Do you know when interest rates are going to rise? Is your fixed rate bond nearing maturity? Are you prepared for the interest rate drop?
A recent report from HSBC revealed that 4.7 million fixed rate bonds are due to mature this year, and given that three years ago, the Bank of England base rate stood at five per cent, millions of people could be in for a hit on their income.
What are your options?
Inflation is at 4.50 per cent, slowly but surely eroding the value of income, many businesses have frozen salaries, and the Bank of England base rate remains at 0.50 per cent. You can't afford to take a cut in income from your savings. What are your options?
Sadly the outlook for savers is pretty gloomy in the short term. It doesn't look like the Bank of England is going to increase the base rate any time soon, and when it does, it is likely to be at increments of 0.25 per cent.
On the other hand, the best interest rates are available on longer term fixed rate bonds. But if you fix for more than two or three years you could end up losing out even more if interest rates do happen to shoot up.
Your options include:
Move your savings into an instant access savings account, like the ING Direct Savings Account paying 3.00 per cent and wait until interest rates rise.
The downside to this is that many instant access accounts operate with a bonus rate so you will need to keep an eye on your rate and be ready to switch when the bonus runs out.
Short term fixed rate bonds
This is a popular option with visitors to Fair Investment Company at the moment, particularly fixed rate bonds like the Santander 2 Year Fixed Rate Bond offering four per cent, and the Barnsley Building Society 1 Year Online Bond offering 3.50 per cent.
Fixing for a shorter term, is also a way to hedge your bets against interest rate rises, while still benefitting from interest rates above those available on instant access savings accounts.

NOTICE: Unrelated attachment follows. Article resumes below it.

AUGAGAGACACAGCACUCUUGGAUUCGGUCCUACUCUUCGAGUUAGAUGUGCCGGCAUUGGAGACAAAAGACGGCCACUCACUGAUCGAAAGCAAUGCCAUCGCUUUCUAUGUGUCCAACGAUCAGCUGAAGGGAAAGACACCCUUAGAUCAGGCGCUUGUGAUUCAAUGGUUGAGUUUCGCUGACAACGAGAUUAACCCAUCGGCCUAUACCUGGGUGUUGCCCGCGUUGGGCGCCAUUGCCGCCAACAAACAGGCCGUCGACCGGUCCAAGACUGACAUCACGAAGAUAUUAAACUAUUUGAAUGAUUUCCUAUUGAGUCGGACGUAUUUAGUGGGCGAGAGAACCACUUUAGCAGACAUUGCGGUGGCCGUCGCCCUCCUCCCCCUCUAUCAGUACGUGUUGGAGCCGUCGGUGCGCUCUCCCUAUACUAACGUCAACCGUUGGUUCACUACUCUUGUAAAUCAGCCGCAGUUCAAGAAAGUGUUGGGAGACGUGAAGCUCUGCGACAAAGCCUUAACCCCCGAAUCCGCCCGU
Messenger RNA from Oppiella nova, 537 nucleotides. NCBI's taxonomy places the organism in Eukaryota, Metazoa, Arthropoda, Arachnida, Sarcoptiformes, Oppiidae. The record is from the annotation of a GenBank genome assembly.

Take more risk
One of the only ways to achieve an above inflation rate of return or a rate similar to those available three years ago is to take on more risk.
The obvious downside to taking more risk is that you may have to put your savings at risk. But there are options that protect your savings while offering the potential for inflation beating returns.
The latest structured deposit plan from Meteor offers this opportunity. The plan comes with capital protection (although, like with any savings account you could still lose your money if the financial institution backing the plan (RBS) becomes unable to repay your money).
Plus it aims to provide you with an annual income of 7.50 per cent, dependent on the performance of the FTSE 100.
It is important to note that with this plan the income is not guaranteed, in a similar way to other investments that aim to provide an income.
However, unlike other investments, structured deposit plans protect your capital, and in the event that the financial institution backing the plan is unable to repay your money, you will normally be eligible for the Financial Services Compensation Scheme (FSCS) up to £85,000 per person.
Whatever you choose to do with your savings, it is worth keeping in mind some of the options discussed above. Make sure that you fully understand any product and that it is right for you and your circumstances before deciding where to invest your savings.
© Fair Investment Company Ltd